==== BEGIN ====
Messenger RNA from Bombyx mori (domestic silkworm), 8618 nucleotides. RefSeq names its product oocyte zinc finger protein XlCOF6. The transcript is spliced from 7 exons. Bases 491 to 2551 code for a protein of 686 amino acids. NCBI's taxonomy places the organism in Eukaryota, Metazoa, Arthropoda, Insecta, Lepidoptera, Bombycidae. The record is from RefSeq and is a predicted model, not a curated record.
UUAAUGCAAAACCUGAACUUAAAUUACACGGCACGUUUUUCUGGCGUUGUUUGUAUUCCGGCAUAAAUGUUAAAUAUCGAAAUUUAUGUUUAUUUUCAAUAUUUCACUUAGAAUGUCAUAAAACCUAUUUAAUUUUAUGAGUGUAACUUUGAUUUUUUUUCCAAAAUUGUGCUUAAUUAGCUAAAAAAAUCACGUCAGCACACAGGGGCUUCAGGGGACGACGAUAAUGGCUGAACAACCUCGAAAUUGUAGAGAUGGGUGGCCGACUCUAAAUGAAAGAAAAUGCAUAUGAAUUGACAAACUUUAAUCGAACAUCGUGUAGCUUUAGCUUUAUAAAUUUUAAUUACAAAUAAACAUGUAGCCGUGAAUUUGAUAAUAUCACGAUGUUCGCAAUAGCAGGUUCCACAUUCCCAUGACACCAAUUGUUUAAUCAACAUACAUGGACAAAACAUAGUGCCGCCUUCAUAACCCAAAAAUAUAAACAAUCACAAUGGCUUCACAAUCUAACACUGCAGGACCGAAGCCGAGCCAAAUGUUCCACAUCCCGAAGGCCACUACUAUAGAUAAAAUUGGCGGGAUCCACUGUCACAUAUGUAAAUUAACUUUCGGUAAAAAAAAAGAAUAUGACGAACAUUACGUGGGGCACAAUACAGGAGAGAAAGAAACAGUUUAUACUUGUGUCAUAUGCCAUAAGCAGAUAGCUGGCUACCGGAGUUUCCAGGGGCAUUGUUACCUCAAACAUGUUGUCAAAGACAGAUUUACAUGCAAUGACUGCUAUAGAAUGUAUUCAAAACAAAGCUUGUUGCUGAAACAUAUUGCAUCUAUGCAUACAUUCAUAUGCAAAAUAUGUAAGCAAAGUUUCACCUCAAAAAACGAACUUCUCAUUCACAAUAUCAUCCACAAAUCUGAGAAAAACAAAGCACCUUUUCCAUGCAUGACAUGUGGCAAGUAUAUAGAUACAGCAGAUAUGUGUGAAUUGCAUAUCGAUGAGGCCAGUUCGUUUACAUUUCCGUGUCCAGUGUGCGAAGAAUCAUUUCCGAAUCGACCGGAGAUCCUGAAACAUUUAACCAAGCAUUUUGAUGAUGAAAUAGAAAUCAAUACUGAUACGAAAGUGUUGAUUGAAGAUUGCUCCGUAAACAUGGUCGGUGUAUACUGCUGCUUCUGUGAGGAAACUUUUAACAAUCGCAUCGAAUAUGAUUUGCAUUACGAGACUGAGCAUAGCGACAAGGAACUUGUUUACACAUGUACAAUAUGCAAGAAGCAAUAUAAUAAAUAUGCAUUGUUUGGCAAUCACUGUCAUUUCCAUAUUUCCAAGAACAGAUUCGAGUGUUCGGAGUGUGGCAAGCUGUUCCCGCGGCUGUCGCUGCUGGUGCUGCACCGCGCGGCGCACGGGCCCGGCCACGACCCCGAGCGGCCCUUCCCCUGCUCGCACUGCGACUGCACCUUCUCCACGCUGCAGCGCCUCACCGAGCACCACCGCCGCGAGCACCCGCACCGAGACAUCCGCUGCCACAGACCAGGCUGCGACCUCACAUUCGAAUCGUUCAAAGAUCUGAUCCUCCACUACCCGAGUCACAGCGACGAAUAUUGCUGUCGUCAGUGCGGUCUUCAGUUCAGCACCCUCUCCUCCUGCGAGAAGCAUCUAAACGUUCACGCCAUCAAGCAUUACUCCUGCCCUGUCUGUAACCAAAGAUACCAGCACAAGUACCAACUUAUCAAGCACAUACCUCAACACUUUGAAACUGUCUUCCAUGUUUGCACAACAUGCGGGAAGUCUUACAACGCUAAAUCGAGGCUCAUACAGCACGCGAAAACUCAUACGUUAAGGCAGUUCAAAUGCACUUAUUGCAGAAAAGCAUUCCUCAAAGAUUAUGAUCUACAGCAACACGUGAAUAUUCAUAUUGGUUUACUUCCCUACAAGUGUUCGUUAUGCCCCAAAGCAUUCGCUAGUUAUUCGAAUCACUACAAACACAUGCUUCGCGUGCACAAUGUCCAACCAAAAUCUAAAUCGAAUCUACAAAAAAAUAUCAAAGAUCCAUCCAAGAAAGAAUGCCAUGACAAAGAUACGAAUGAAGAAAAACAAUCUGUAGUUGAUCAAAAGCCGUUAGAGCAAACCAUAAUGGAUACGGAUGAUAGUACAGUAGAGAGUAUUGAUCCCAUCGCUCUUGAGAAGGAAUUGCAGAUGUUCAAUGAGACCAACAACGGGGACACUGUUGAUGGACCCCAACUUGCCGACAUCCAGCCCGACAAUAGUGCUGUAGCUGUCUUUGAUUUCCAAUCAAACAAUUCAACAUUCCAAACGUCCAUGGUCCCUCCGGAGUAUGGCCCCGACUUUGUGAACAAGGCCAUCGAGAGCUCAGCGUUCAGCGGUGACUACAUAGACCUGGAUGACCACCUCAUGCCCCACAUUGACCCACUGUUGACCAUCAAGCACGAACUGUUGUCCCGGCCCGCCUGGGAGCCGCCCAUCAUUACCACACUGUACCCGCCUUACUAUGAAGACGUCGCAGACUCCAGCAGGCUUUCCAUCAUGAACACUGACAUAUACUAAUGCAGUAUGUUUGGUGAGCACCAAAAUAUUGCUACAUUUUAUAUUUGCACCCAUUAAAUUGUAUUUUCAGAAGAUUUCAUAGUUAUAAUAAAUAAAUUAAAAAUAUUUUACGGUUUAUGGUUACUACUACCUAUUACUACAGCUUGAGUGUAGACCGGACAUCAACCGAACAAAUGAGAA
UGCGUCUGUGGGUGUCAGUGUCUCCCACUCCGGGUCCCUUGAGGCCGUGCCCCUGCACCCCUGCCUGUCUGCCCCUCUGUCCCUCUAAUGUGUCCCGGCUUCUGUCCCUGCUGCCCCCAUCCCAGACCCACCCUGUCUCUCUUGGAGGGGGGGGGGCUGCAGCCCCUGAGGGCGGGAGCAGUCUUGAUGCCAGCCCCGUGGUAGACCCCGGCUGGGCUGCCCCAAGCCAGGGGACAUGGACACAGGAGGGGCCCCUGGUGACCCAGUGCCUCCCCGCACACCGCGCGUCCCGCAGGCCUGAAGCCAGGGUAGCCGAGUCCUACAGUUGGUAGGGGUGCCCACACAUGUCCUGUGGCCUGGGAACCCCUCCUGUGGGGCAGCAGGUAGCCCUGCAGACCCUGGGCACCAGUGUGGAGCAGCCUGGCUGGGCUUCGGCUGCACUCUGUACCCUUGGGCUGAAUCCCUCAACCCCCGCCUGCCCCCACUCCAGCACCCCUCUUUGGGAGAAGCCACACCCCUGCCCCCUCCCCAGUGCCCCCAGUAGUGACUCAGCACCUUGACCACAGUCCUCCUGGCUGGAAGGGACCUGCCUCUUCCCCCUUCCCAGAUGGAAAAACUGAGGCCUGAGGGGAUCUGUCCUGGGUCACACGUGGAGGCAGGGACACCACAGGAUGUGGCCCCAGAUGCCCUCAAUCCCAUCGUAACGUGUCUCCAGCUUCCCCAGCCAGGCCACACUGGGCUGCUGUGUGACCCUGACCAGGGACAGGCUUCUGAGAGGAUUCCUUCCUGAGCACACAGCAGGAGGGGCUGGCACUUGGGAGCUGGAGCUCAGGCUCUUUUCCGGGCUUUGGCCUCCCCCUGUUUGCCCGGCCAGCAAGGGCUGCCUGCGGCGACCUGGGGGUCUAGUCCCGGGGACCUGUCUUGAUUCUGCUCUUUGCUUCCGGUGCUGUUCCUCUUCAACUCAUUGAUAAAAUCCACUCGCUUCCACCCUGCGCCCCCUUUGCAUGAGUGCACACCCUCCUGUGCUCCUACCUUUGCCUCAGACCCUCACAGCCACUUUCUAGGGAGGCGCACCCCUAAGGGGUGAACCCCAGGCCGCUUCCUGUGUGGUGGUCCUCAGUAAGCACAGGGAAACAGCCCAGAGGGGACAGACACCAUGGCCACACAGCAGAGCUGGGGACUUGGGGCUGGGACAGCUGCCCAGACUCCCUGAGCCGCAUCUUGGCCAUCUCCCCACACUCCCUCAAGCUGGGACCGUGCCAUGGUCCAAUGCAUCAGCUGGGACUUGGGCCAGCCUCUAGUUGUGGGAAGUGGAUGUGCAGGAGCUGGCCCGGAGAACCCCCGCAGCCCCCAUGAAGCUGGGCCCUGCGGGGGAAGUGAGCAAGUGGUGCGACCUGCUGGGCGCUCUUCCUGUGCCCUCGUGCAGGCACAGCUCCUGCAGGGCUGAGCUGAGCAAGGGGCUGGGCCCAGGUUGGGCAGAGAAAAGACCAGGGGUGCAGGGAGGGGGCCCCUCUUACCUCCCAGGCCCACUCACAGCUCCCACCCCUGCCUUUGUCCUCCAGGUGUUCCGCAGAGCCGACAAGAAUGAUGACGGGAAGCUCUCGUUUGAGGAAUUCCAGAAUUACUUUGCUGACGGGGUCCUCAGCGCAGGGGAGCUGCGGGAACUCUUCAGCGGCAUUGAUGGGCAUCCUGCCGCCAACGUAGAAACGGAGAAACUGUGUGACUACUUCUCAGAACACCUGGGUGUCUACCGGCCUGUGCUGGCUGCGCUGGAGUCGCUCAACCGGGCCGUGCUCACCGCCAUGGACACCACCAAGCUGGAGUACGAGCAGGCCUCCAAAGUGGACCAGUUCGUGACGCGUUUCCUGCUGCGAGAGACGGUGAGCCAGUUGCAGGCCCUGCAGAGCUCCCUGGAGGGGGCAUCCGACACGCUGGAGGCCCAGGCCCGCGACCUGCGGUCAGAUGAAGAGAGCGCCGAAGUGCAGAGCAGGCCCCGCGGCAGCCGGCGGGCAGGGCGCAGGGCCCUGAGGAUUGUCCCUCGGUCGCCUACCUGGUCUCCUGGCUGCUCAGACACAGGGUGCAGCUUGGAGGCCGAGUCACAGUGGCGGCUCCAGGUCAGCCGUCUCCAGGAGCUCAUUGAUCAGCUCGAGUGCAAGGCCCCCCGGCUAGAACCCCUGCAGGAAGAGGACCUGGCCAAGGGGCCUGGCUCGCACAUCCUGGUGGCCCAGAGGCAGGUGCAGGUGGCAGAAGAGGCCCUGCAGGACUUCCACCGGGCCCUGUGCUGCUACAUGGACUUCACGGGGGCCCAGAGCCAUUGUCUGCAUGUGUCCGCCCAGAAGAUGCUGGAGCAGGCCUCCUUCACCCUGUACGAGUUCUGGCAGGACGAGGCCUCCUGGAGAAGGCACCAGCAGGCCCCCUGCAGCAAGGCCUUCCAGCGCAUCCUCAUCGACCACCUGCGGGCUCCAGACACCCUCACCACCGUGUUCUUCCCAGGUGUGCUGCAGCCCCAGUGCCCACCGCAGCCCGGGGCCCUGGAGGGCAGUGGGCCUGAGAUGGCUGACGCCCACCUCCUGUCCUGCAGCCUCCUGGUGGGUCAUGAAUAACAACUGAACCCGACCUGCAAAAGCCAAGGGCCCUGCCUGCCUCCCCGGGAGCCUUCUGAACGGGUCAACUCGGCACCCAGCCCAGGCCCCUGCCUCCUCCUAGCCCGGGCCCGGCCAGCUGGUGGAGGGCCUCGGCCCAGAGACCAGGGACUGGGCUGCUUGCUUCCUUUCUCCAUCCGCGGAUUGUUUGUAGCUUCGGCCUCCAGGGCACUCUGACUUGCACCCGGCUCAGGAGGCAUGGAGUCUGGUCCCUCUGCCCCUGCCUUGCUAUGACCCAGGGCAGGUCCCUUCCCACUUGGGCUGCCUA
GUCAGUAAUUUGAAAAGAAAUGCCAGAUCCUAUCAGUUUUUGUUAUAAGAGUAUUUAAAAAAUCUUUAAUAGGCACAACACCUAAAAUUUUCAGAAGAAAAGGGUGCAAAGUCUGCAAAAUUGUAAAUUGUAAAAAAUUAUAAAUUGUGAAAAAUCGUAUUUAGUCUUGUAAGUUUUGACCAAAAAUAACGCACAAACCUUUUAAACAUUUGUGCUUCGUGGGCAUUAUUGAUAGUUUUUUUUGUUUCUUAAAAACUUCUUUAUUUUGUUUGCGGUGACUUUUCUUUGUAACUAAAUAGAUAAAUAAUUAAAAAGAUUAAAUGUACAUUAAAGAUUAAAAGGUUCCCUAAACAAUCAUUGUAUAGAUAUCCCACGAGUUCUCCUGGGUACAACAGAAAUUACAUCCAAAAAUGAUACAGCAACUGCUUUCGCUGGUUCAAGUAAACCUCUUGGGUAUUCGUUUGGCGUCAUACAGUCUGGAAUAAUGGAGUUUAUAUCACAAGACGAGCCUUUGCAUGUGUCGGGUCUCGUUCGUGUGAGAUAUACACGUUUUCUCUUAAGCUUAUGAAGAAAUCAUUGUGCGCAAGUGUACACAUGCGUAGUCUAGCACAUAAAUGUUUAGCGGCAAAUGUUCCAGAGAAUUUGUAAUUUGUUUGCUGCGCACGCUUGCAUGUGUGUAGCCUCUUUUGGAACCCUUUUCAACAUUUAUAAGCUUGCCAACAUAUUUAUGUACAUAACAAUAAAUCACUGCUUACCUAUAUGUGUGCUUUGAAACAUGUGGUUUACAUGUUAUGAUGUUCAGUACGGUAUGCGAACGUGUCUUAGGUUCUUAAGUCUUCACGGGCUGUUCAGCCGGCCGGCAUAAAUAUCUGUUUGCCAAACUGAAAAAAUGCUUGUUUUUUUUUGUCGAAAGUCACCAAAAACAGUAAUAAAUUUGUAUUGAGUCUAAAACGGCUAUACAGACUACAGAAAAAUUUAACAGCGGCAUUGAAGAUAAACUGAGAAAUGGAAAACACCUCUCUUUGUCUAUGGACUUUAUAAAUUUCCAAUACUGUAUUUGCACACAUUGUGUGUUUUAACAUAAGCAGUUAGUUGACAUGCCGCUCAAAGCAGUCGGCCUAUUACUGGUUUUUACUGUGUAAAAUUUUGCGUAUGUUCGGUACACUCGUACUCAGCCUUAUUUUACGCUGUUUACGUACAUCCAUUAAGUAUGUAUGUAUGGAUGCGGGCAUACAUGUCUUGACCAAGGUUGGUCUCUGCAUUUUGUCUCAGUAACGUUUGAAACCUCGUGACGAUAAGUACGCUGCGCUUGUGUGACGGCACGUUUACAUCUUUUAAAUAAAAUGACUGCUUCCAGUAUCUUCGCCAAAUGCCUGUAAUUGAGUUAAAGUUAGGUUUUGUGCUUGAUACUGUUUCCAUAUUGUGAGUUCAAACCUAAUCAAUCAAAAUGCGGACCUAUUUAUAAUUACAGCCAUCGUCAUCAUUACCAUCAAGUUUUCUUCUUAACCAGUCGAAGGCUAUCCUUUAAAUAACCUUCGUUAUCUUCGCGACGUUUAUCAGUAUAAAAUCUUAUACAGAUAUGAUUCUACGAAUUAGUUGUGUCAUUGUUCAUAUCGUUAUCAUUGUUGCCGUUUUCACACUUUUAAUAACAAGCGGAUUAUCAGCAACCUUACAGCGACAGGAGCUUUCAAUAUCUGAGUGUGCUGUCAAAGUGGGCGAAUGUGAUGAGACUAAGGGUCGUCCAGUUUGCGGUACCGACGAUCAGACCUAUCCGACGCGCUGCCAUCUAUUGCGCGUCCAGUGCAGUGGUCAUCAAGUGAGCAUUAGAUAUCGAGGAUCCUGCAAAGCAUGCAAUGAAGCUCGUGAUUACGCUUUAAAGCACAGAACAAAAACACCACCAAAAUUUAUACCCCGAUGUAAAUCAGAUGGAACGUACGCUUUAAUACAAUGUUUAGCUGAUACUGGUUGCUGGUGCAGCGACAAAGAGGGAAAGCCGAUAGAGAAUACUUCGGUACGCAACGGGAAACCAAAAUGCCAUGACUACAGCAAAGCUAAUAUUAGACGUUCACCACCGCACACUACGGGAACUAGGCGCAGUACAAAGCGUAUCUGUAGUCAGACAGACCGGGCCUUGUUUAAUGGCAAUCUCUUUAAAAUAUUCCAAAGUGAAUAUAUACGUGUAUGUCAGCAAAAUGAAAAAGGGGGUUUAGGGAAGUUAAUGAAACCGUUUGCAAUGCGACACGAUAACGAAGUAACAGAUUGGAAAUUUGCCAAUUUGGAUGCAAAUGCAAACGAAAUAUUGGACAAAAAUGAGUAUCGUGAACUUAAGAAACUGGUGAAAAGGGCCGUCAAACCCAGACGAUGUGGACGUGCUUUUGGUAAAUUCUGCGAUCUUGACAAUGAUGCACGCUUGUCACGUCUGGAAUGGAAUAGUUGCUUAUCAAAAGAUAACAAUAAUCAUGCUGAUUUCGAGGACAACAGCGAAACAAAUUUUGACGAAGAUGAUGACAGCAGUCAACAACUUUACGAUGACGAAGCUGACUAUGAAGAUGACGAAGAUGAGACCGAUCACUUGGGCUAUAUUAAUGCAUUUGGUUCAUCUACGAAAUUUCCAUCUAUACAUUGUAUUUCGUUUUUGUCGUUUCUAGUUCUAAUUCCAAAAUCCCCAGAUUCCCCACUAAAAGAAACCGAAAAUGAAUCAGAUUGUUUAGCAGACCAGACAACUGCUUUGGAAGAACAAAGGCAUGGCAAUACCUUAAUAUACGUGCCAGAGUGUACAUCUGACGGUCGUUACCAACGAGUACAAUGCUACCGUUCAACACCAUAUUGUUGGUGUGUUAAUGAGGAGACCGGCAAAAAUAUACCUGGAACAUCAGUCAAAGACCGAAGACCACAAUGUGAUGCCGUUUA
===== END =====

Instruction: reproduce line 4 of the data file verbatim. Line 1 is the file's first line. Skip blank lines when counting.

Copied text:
GUCAGUAAUUUGAAAAGAAAUGCCAGAUCCUAUCAGUUUUUGUUAUAAGAGUAUUUAAAAAAUCUUUAAUAGGCACAACACCUAAAAUUUUCAGAAGAAAAGGGUGCAAAGUCUGCAAAAUUGUAAAUUGUAAAAAAUUAUAAAUUGUGAAAAAUCGUAUUUAGUCUUGUAAGUUUUGACCAAAAAUAACGCACAAACCUUUUAAACAUUUGUGCUUCGUGGGCAUUAUUGAUAGUUUUUUUUGUUUCUUAAAAACUUCUUUAUUUUGUUUGCGGUGACUUUUCUUUGUAACUAAAUAGAUAAAUAAUUAAAAAGAUUAAAUGUACAUUAAAGAUUAAAAGGUUCCCUAAACAAUCAUUGUAUAGAUAUCCCACGAGUUCUCCUGGGUACAACAGAAAUUACAUCCAAAAAUGAUACAGCAACUGCUUUCGCUGGUUCAAGUAAACCUCUUGGGUAUUCGUUUGGCGUCAUACAGUCUGGAAUAAUGGAGUUUAUAUCACAAGACGAGCCUUUGCAUGUGUCGGGUCUCGUUCGUGUGAGAUAUACACGUUUUCUCUUAAGCUUAUGAAGAAAUCAUUGUGCGCAAGUGUACACAUGCGUAGUCUAGCACAUAAAUGUUUAGCGGCAAAUGUUCCAGAGAAUUUGUAAUUUGUUUGCUGCGCACGCUUGCAUGUGUGUAGCCUCUUUUGGAACCCUUUUCAACAUUUAUAAGCUUGCCAACAUAUUUAUGUACAUAACAAUAAAUCACUGCUUACCUAUAUGUGUGCUUUGAAACAUGUGGUUUACAUGUUAUGAUGUUCAGUACGGUAUGCGAACGUGUCUUAGGUUCUUAAGUCUUCACGGGCUGUUCAGCCGGCCGGCAUAAAUAUCUGUUUGCCAAACUGAAAAAAUGCUUGUUUUUUUUUGUCGAAAGUCACCAAAAACAGUAAUAAAUUUGUAUUGAGUCUAAAACGGCUAUACAGACUACAGAAAAAUUUAACAGCGGCAUUGAAGAUAAACUGAGAAAUGGAAAACACCUCUCUUUGUCUAUGGACUUUAUAAAUUUCCAAUACUGUAUUUGCACACAUUGUGUGUUUUAACAUAAGCAGUUAGUUGACAUGCCGCUCAAAGCAGUCGGCCUAUUACUGGUUUUUACUGUGUAAAAUUUUGCGUAUGUUCGGUACACUCGUACUCAGCCUUAUUUUACGCUGUUUACGUACAUCCAUUAAGUAUGUAUGUAUGGAUGCGGGCAUACAUGUCUUGACCAAGGUUGGUCUCUGCAUUUUGUCUCAGUAACGUUUGAAACCUCGUGACGAUAAGUACGCUGCGCUUGUGUGACGGCACGUUUACAUCUUUUAAAUAAAAUGACUGCUUCCAGUAUCUUCGCCAAAUGCCUGUAAUUGAGUUAAAGUUAGGUUUUGUGCUUGAUACUGUUUCCAUAUUGUGAGUUCAAACCUAAUCAAUCAAAAUGCGGACCUAUUUAUAAUUACAGCCAUCGUCAUCAUUACCAUCAAGUUUUCUUCUUAACCAGUCGAAGGCUAUCCUUUAAAUAACCUUCGUUAUCUUCGCGACGUUUAUCAGUAUAAAAUCUUAUACAGAUAUGAUUCUACGAAUUAGUUGUGUCAUUGUUCAUAUCGUUAUCAUUGUUGCCGUUUUCACACUUUUAAUAACAAGCGGAUUAUCAGCAACCUUACAGCGACAGGAGCUUUCAAUAUCUGAGUGUGCUGUCAAAGUGGGCGAAUGUGAUGAGACUAAGGGUCGUCCAGUUUGCGGUACCGACGAUCAGACCUAUCCGACGCGCUGCCAUCUAUUGCGCGUCCAGUGCAGUGGUCAUCAAGUGAGCAUUAGAUAUCGAGGAUCCUGCAAAGCAUGCAAUGAAGCUCGUGAUUACGCUUUAAAGCACAGAACAAAAACACCACCAAAAUUUAUACCCCGAUGUAAAUCAGAUGGAACGUACGCUUUAAUACAAUGUUUAGCUGAUACUGGUUGCUGGUGCAGCGACAAAGAGGGAAAGCCGAUAGAGAAUACUUCGGUACGCAACGGGAAACCAAAAUGCCAUGACUACAGCAAAGCUAAUAUUAGACGUUCACCACCGCACACUACGGGAACUAGGCGCAGUACAAAGCGUAUCUGUAGUCAGACAGACCGGGCCUUGUUUAAUGGCAAUCUCUUUAAAAUAUUCCAAAGUGAAUAUAUACGUGUAUGUCAGCAAAAUGAAAAAGGGGGUUUAGGGAAGUUAAUGAAACCGUUUGCAAUGCGACACGAUAACGAAGUAACAGAUUGGAAAUUUGCCAAUUUGGAUGCAAAUGCAAACGAAAUAUUGGACAAAAAUGAGUAUCGUGAACUUAAGAAACUGGUGAAAAGGGCCGUCAAACCCAGACGAUGUGGACGUGCUUUUGGUAAAUUCUGCGAUCUUGACAAUGAUGCACGCUUGUCACGUCUGGAAUGGAAUAGUUGCUUAUCAAAAGAUAACAAUAAUCAUGCUGAUUUCGAGGACAACAGCGAAACAAAUUUUGACGAAGAUGAUGACAGCAGUCAACAACUUUACGAUGACGAAGCUGACUAUGAAGAUGACGAAGAUGAGACCGAUCACUUGGGCUAUAUUAAUGCAUUUGGUUCAUCUACGAAAUUUCCAUCUAUACAUUGUAUUUCGUUUUUGUCGUUUCUAGUUCUAAUUCCAAAAUCCCCAGAUUCCCCACUAAAAGAAACCGAAAAUGAAUCAGAUUGUUUAGCAGACCAGACAACUGCUUUGGAAGAACAAAGGCAUGGCAAUACCUUAAUAUACGUGCCAGAGUGUACAUCUGACGGUCGUUACCAACGAGUACAAUGCUACCGUUCAACACCAUAUUGUUGGUGUGUUAAUGAGGAGACCGGCAAAAAUAUACCUGGAACAUCAGUCAAAGACCGAAGACCACAAUGUGAUGCCGUUUA